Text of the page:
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the balls from the cannon were red hot, and set fire to the houses into which they fell; and others of the balls were hollow, and filled inside with smaller balls, and gupowder, and iron spikes, and these exploded where they fell, and killed and destroyed all around.

And by these means great multitudes of men, women, and children were killed ; and many were wounded and maimed for life; and many died miserably of their wounds, after long continued suffering; and many men were taken prisoners, and carried into captivity far from their native land ; and many women were made widows, and children orphans; and numbers who escaped with their lives and liberty, lost all their property, and were driven to wander about the world, not knowing where to lay their heads, and mourning for their slaughtered friends and relatives.

And when the news of these exploits arrived in those islands, there were great rejoicings among all the people, and they forgot the sufferings, and wounds, and deaths of their own soldiers, or considered them as of no account, so great was their joy for the injury which they had inflicted upon

others. And in their joy they illuminated their houses, and had grand reviews and mock fights. And those persons whose occupations kept them at home, and prevented them from going with the armies, and taking part in, or witnessing the actual slaughter, delighted to see these reviews and mock fights; and men, women, and children went to see them, and took pleasure in hearing the firing of the musketry and of the cannon, and in seeing the flashing of the swords, and the charging of the cavalry, and some flying and some pursuing, and others lying for dead, as if it were a real battle.

And it was the duty of the chief governor of those islands to take care that all the soldiers and their captains were always ready prepared to shed blood, and to burn and destroy at a moment's notice ; and that their powder was always dry, and their arms shining and bright, and all their equipments perfect. And all the soldiers and their captains were rewarded according to the number of men, women, and children whom they had killed, and of the towns which they had battered down and burnt, and the extent of country which they had pillaged. And one portion of the property which they had carried off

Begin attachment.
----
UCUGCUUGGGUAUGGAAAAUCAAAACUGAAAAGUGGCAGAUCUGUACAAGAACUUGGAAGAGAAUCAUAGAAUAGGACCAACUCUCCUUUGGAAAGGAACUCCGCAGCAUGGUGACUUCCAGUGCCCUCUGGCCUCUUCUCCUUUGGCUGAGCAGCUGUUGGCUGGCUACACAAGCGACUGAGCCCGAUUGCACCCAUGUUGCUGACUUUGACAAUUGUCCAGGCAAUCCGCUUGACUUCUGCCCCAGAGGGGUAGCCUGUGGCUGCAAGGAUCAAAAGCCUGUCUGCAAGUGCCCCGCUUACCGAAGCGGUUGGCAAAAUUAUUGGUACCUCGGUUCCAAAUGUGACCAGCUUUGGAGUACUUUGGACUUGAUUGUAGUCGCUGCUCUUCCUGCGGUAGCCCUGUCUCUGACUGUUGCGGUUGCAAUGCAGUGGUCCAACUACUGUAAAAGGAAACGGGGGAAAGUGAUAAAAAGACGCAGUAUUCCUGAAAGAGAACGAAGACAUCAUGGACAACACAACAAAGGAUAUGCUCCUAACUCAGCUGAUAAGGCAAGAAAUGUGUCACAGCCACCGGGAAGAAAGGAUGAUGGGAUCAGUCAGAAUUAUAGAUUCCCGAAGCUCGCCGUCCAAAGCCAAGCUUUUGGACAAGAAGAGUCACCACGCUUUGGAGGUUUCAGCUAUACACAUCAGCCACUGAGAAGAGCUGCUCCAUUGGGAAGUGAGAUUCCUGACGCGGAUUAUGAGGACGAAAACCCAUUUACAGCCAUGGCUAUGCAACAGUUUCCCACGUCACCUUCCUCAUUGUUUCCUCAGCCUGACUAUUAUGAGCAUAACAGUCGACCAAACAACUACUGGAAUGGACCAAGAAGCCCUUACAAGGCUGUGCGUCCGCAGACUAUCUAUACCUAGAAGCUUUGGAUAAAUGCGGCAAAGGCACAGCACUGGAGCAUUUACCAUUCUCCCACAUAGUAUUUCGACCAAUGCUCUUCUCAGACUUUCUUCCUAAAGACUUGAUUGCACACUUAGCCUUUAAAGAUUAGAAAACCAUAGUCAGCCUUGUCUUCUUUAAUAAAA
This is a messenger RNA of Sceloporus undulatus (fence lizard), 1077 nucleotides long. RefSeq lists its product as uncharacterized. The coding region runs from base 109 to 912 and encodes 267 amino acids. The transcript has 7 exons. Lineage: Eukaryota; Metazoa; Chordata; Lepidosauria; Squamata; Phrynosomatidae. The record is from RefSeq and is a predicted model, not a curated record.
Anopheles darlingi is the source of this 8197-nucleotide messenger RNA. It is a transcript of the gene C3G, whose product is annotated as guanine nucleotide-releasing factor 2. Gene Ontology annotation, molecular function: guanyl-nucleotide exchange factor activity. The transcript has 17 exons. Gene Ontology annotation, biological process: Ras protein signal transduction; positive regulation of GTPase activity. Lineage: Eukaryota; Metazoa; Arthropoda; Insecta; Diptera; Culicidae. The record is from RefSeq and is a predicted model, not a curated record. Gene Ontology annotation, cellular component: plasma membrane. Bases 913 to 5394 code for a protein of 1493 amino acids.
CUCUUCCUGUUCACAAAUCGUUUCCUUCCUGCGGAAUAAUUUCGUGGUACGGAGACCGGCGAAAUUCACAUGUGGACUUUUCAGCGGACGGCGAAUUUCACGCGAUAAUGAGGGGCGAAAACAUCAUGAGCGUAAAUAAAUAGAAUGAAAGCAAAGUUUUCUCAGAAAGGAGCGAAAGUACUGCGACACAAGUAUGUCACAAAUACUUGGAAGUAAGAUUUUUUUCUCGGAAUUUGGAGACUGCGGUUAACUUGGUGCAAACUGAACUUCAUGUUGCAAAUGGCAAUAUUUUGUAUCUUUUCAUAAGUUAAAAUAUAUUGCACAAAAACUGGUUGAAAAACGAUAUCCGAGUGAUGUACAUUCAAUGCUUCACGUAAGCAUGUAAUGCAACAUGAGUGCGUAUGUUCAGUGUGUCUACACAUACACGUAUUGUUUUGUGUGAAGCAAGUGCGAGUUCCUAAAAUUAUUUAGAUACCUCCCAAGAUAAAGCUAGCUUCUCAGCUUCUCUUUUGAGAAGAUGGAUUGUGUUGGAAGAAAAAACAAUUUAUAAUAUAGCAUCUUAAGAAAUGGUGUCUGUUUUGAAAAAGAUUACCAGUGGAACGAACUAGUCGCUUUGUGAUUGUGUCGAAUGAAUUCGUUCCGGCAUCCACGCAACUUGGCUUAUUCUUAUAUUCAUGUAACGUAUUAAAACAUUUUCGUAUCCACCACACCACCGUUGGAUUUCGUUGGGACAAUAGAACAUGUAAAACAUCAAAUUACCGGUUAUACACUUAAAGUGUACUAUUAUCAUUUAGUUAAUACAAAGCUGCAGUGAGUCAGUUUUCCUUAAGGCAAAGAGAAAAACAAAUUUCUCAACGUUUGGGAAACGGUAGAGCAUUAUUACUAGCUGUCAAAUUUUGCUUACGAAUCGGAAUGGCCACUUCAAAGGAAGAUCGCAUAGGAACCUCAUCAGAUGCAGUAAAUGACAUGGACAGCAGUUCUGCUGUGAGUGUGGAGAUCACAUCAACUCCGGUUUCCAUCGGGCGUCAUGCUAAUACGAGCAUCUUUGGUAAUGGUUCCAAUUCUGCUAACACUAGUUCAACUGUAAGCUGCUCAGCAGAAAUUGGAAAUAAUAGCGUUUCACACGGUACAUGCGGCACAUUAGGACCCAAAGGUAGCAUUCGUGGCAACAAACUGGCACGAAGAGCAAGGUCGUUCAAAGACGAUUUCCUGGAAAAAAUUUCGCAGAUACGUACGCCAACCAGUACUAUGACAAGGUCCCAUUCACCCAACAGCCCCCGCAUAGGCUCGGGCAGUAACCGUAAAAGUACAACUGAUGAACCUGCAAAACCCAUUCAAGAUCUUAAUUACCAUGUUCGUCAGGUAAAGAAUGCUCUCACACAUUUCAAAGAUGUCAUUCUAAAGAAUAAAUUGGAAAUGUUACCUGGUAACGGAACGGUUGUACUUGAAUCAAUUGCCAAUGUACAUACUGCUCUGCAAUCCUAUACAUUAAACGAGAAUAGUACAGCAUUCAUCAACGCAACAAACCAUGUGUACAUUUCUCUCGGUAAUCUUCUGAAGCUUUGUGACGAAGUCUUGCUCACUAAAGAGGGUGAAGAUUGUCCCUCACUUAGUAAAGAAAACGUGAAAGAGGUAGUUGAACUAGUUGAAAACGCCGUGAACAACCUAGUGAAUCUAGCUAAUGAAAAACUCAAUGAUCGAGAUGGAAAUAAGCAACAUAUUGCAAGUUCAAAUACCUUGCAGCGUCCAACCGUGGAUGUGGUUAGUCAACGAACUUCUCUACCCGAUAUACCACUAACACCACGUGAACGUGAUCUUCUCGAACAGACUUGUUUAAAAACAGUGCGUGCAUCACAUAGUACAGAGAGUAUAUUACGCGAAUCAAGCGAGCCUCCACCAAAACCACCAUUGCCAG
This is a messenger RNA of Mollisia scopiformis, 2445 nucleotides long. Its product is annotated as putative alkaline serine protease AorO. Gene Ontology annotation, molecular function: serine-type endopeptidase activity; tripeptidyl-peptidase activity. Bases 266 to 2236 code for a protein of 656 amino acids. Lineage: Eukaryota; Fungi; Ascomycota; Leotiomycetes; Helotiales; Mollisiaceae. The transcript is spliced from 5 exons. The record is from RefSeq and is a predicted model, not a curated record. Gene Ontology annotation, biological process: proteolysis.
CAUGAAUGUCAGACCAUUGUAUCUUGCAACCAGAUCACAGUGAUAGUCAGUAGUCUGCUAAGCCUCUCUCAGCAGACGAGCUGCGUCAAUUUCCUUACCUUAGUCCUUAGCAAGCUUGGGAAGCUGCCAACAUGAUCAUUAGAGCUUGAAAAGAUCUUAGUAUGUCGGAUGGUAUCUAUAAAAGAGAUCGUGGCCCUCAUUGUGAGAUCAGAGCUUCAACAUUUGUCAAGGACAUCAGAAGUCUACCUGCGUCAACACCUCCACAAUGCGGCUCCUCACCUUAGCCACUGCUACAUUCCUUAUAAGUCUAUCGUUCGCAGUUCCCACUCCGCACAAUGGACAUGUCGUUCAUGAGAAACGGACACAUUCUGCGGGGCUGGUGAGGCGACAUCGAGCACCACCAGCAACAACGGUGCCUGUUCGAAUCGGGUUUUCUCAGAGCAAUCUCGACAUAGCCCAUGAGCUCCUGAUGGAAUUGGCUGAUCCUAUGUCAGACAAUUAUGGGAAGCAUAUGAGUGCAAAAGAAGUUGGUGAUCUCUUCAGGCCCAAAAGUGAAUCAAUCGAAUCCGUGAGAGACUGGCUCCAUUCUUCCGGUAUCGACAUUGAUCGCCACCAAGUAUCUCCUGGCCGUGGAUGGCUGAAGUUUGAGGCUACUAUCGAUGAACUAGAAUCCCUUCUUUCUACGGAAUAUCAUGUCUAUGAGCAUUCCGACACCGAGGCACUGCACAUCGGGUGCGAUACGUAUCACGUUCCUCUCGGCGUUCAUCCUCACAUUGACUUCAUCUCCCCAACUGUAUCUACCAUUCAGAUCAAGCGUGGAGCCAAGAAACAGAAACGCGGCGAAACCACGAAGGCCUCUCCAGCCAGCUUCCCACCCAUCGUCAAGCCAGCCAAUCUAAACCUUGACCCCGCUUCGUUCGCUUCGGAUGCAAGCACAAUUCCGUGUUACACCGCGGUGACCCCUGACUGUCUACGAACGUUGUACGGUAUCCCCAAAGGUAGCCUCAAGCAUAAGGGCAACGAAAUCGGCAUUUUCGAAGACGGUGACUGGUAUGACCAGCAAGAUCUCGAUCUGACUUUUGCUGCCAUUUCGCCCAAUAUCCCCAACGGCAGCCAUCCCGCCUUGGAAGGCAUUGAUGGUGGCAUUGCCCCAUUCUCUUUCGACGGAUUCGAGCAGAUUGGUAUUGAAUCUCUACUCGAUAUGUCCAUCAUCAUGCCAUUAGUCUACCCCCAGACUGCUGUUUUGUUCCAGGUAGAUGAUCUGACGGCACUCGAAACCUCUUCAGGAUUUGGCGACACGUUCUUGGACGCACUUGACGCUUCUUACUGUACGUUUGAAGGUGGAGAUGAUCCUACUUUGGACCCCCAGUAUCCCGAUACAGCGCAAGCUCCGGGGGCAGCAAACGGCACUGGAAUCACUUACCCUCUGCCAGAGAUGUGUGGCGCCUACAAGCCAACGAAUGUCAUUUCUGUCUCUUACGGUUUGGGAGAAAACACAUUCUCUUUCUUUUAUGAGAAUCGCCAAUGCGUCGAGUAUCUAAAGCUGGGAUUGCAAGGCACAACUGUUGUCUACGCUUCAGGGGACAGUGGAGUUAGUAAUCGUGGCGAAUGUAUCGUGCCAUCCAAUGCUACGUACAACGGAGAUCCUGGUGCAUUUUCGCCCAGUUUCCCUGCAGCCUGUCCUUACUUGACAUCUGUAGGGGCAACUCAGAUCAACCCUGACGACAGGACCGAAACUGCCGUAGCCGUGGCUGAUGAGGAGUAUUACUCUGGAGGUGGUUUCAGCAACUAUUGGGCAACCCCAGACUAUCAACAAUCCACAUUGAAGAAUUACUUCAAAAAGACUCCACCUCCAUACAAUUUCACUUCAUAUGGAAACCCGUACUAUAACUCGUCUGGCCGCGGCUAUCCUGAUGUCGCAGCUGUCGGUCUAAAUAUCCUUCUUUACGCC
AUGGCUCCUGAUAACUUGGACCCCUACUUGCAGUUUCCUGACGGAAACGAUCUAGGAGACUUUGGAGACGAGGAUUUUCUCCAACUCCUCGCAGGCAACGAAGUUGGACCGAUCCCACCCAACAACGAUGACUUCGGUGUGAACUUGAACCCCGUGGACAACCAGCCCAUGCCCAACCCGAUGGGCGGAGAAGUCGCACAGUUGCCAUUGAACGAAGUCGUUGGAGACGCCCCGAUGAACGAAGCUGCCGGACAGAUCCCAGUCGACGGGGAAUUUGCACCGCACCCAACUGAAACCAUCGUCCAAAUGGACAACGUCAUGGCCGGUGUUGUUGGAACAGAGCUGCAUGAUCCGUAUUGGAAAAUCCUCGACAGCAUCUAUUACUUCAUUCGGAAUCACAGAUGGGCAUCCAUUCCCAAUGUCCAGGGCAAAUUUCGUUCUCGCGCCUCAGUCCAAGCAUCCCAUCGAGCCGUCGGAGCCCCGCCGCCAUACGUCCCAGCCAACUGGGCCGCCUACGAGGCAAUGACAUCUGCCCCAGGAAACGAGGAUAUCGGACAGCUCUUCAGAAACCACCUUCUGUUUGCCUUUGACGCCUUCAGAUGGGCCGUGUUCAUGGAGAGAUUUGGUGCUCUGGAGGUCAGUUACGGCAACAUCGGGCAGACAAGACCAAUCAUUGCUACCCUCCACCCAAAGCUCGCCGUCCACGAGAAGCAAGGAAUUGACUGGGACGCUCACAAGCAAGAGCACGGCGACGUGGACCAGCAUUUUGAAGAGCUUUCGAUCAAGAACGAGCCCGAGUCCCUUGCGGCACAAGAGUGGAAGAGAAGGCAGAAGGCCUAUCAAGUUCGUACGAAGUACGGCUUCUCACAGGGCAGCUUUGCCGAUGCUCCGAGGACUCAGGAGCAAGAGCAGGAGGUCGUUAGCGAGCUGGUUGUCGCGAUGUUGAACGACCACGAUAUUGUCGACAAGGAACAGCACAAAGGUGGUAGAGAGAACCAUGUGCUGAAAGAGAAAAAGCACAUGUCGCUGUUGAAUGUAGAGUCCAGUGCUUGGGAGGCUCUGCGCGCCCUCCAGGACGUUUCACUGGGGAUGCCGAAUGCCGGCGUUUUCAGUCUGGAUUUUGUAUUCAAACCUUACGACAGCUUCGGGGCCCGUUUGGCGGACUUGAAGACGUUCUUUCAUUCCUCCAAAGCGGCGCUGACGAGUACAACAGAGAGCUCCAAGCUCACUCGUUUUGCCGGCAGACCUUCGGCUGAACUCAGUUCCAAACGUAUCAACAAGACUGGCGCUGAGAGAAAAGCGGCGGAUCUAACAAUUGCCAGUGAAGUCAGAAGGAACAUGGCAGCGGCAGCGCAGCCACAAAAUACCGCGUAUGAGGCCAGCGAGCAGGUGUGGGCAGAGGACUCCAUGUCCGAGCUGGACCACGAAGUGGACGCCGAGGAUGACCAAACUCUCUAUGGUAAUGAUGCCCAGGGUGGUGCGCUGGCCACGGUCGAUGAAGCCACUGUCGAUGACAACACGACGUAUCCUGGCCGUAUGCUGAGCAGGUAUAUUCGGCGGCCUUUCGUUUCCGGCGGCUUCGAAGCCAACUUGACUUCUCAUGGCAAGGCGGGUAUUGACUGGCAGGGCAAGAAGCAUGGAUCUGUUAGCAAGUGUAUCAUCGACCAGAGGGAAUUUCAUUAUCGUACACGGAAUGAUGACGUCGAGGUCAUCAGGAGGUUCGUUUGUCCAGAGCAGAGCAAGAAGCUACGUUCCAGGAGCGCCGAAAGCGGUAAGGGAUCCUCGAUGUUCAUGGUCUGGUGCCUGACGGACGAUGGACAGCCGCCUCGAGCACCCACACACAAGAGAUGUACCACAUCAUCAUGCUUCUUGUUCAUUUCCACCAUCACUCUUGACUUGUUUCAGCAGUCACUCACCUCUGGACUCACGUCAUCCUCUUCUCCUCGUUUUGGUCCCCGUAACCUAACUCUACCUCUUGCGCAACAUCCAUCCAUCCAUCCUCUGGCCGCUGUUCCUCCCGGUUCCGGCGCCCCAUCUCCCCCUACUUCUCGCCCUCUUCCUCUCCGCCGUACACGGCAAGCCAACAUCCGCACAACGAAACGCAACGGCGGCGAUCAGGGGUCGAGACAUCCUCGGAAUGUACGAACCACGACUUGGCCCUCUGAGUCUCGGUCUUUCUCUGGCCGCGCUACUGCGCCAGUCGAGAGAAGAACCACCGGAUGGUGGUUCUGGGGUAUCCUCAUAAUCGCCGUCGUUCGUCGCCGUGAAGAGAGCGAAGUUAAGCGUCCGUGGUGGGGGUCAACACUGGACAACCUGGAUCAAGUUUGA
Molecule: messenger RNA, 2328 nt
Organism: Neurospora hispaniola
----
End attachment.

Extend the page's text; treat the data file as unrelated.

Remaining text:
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was divided among them, and called prize-money; and the other portion was put into the public treasury.

And the captains who had killed and destroyed most received the greatest honour, and all the people flocked to see them ; and estates, and titles, and decorations were heaped upon them; and pillars and testimonials were erected to them in the most public places; and monuments and trophies in the houses where the people of those islands used meet, for the

purpose

of

praying to the meek and lowly Jesus, whose command was “ Love your enemies.'

And when the captains and the soldiers returned home, they went with all the people into these houses of prayer,

“ Not unto us, O Lord, but unto thee be the glory of all that we have slain, and all that we have destroyed;" and then they fell down on their knees, with their swords by their sides, and the banners which they had taken from the enemy waving over their heads, and prayed, saying, “ Thou Lord of peace and love, who forbiddest the shedding of blood, be merciful unto us, even as we are merciful unto others.” And when they had done singing and praying, they came out, and made ready to fight, and to burn, and to kill, and to destroy, as before.

And the people of those islands were generally successful in their warlike enterprises, and defeated their enemies with great slaughter ; but sometimes they met a reverse, and were themselves defeated, and their soldiers and their captains slain or taken prisoner by the enemy. And then, when the news of the disaster reached home, all the people were filled with indignation, and some of them cried out, “Let us send more soldiers, and take vengeance upon the enemy.” And some cried, “Let us send more soldiers, and redeem our honour and dignity :” and others cried, “Let us send more soldiers or what will become of our trade and commerce ?” And they did so, and fought, and killed, and burned, and destroyed again, and took vengeance upon the enemy; and redeemed their honour and dignity, and extended their trade and commerce.

And the captains of the soldiers were so honoured by all the people of those islands, that more persons desired to be captains than could be appointed; and there arose a rivalry among them, and they contended who should be

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appointed captain. So a rule was made, that the appointment to be a captain should be sold at a high price; and then the richest men began to buy the appointment for their sons, and bestow it on them as a means by which they might maintain themselves and their families in wealth and honor. And to prepare them for this appointment, they sent them to colleges and schools, where the art of fighting and killing, and of sinking ships, and of storming and burning towns was taught as a science. And when the young men had become proficients in the art, and their fathers had paid the stipulated price, they were appointed captains, and ever afterwards lived by fighting and killing, respected and honoured by every one.